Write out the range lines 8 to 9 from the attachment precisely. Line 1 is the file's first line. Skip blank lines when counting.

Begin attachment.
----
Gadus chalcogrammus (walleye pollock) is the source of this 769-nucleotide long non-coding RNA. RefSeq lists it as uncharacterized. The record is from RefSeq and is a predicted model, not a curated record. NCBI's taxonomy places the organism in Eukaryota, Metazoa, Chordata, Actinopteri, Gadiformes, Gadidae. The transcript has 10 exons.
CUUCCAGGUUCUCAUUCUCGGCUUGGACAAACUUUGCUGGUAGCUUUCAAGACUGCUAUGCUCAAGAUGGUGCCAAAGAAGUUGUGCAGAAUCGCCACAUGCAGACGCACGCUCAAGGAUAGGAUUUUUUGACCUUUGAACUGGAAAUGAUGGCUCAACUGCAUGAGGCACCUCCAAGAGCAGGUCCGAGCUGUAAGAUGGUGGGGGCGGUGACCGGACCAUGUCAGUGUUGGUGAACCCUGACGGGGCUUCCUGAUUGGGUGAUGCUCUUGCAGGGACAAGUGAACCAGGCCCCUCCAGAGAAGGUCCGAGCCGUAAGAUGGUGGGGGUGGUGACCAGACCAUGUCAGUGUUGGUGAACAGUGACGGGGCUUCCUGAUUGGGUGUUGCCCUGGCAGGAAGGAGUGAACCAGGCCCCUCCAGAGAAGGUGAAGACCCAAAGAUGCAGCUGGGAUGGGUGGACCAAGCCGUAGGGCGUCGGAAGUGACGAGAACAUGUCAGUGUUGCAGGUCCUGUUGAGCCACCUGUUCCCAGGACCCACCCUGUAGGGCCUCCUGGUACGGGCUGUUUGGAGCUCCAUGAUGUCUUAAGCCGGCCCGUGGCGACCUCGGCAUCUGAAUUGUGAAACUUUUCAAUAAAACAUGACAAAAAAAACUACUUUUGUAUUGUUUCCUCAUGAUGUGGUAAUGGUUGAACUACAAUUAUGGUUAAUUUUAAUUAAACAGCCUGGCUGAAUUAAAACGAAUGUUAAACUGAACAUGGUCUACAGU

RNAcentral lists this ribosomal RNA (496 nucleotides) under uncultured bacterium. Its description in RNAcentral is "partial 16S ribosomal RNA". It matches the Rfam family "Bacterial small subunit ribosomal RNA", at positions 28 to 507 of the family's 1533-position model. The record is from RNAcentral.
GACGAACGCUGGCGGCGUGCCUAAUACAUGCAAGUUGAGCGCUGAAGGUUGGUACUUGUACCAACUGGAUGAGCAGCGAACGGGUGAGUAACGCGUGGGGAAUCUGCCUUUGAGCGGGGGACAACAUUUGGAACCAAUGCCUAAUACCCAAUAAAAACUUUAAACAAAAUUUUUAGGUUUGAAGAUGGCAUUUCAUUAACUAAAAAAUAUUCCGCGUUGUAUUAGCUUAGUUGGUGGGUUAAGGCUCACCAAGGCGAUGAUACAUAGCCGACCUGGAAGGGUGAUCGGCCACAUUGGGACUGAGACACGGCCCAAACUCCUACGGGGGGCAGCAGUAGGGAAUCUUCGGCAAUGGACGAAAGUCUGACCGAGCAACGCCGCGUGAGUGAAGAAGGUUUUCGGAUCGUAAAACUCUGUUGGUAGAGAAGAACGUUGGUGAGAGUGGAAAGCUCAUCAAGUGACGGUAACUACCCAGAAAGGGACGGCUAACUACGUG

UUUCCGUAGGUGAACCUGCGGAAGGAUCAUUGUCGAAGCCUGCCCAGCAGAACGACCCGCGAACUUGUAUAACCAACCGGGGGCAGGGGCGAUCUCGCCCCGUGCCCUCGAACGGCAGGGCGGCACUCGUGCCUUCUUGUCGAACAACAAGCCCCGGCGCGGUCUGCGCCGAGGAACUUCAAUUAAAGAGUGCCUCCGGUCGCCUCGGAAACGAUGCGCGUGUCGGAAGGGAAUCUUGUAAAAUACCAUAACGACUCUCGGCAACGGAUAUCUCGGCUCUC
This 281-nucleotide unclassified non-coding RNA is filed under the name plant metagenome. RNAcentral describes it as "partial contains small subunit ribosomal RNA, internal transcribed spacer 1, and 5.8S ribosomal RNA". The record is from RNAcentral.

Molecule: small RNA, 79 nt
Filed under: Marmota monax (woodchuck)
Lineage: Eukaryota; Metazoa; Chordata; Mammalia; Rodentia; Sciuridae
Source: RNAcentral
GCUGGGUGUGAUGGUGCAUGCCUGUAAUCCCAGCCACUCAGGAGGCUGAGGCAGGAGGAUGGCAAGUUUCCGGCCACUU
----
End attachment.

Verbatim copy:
Filed under: Marmota monax (woodchuck)
Lineage: Eukaryota; Metazoa; Chordata; Mammalia; Rodentia; Sciuridae